4. Affirming our Theological Outlook.
We have been very concerned at the way in which the arguments in favour of women bishops have developed over time. At the most recent General Synod, we were told that we did not have a gospel theology. Positions which respected ‘equality’ and ‘justice’ were regarded as gospel positions, while our views on the biblical references to creation order were seen as antithetical to the Gospel. This was not just hurtful. It seemed to suggest that biblical theology could only be legitimate if it supported pre-conceived notions of ‘human rights’. Developments such as these strike at the heart of Anglican formularies. Canon A5 states that the Scriptures are the primary grounds of the Church’s doctrine. Article 6 affirms that we can only be required to believe what is in Scripture. We believe that if this position is to be maintained, then our theological outlook needs to be explicitly recognized as legitimately Anglican. There have been many public statements to this effect, but now that we are facing such opposition, these statements need legislative expression. Again, Clause 5(1)c went some way towards doing this by referring to theological conviction. To remove any such reference would be profoundly counter-productive.
The Options in GS Misc 1033 *
It will, I hope, be apparent from what I have said above that any diminution in the effect of Clause 5(1)c would further undermine our confidence in the draft Measure. Thus while we appreciate all the work that has been done in formulating the options in GS Misc 1033, we cannot support options 2-7 as they stand. Each would materially undermine what little Clause 5(1)c originally gave.
Option 2 would be wholly out of keeping with the effort the House of Bishops has made to make the protective provision for traditional evangelicals and catholics more acceptable to them.
Option 3 would remove from Clause 5(1)c a key element that is of significance to evangelicals – namely an implication that bishops who believe in male headship will continue to serve within the Church of England. The phrase ‘consistent with’ implies that some ‘Scheme’ bishops will need to share the theological outlook of petitioning parishes. The suggested alternatives – ‘respect’ or ‘take account of’ – have no such implication. Furthermore, by prefacing the clause with the words ‘the manner in which’, the impact of the clause moves from ‘outcome’ to ‘process’ in a way which will have widely varying and uncertain results.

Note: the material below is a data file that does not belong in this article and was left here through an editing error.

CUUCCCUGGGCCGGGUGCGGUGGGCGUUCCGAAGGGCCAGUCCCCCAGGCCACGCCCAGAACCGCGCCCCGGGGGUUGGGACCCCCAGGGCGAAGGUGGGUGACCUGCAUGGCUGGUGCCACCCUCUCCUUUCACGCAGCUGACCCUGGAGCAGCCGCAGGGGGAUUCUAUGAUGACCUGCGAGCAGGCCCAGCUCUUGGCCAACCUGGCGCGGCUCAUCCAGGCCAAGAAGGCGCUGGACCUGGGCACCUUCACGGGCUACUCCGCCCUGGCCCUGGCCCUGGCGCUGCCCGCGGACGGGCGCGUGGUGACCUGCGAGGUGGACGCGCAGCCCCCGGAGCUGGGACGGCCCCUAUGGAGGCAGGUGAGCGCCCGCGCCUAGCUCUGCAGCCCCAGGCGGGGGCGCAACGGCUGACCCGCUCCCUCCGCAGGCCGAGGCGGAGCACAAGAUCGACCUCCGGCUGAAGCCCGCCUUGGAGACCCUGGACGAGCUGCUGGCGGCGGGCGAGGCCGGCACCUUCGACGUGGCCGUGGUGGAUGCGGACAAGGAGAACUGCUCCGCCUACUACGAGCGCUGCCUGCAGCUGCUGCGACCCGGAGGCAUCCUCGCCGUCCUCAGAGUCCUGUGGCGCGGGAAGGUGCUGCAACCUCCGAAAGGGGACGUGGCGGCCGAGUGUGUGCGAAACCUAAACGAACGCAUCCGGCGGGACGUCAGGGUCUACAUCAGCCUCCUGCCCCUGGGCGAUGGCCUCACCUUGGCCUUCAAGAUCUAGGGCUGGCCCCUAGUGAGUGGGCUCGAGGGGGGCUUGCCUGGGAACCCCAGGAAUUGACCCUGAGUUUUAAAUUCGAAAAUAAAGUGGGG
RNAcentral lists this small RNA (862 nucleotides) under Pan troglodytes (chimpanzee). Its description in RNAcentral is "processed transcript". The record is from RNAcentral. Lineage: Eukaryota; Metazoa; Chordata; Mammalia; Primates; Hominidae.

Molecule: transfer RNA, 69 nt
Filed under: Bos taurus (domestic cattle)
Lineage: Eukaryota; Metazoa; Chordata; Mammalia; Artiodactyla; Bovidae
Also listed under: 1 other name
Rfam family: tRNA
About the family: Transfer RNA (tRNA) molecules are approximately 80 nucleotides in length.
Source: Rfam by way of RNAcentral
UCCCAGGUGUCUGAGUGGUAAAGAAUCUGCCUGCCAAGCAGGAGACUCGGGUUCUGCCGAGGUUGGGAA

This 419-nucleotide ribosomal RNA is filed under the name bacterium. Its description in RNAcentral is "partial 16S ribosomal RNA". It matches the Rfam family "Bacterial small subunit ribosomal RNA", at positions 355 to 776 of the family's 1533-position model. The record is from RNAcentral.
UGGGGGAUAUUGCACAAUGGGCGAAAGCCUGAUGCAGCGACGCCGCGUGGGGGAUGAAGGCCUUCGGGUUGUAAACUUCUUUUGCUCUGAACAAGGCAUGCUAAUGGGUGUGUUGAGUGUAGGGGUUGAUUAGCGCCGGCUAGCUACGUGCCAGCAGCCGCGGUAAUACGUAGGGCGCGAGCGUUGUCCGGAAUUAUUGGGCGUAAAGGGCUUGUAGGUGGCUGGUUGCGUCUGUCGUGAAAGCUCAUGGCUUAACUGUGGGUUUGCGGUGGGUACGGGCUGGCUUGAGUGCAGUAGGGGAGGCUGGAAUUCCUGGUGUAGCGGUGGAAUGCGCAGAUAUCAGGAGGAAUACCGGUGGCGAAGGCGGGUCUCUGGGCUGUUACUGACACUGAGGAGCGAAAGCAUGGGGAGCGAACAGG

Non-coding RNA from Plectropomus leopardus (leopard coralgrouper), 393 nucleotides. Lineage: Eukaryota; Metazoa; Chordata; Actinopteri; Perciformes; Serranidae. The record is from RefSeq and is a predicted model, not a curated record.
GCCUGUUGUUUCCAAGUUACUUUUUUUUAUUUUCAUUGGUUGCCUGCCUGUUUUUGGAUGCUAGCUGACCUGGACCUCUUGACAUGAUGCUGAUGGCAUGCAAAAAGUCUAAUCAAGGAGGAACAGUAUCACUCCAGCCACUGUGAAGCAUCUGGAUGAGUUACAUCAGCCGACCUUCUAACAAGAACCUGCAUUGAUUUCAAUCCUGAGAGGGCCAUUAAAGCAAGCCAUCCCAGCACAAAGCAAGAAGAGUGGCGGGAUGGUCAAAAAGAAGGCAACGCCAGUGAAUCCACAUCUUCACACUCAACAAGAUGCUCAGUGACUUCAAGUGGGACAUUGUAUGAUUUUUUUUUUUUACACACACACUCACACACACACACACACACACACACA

Option 4 not only removes the implication that serving conservative evangelical bishops will be available, but also deletes all reference to theological conviction. This means that the process of selection will be open to accusations of sex discrimination and that the theological convictions underpinning the letters of request will not be properly recognized.
Option 5 has attractions because it envisages dialogue, but ultimately cannot be supported because it will give rise to varying outcomes across dioceses and fails to rely on the appointment of any conservative evangelical bishops.
Option 6 introduces the interesting possibility of substituting the ‘position’ of the PCC for the term ‘theological conviction’. This would, in practice, appear to provide for the same possibilities as does the current Clause 5(1)c – but would only do so if the words ‘consistent with’ were re-introduced. Just to ‘respect’ or ‘take account of’ a PCC position adds virtually nothing to the original legislation. As it stands, therefore, we cannot support option 6.
Option 7 suggests that all it does is to add mention of a process to option 6. In fact it completely removes the potential significance of option 6 by substituting a process for an outcome. It therefore significantly diminishes the effect of the Clause and would lead to varying outcomes between dioceses.
Having opposed options 2-7 as they stand, we do nevertheless appreciate that the House of Bishops may wish to introduce changes to Clause 5(1)c in order to address some of the concerns voiced at the General Synod last July. We therefore welcome the proposal that has been made by Clive Scowen for retaining Clause 5(1)c but refining the reference to theological conviction and removing the words ‘ as to the consecration and ordination of women’ are removed. As an alternative, an amended option 6, including the words ‘consistent with’ might be appropriate.
Finally, I would like to put on record my gratitude to the House for the work it has done in seeking to address the many concerns that have been expressed over the draft Measure. Reform members met nationally for prayer last June and we will continue to hold you and all the members of the House in our prayers over the next few weeks.
Rev’d Preb Rod Thomas
*For the background to the options follow this link to the Church of England web site.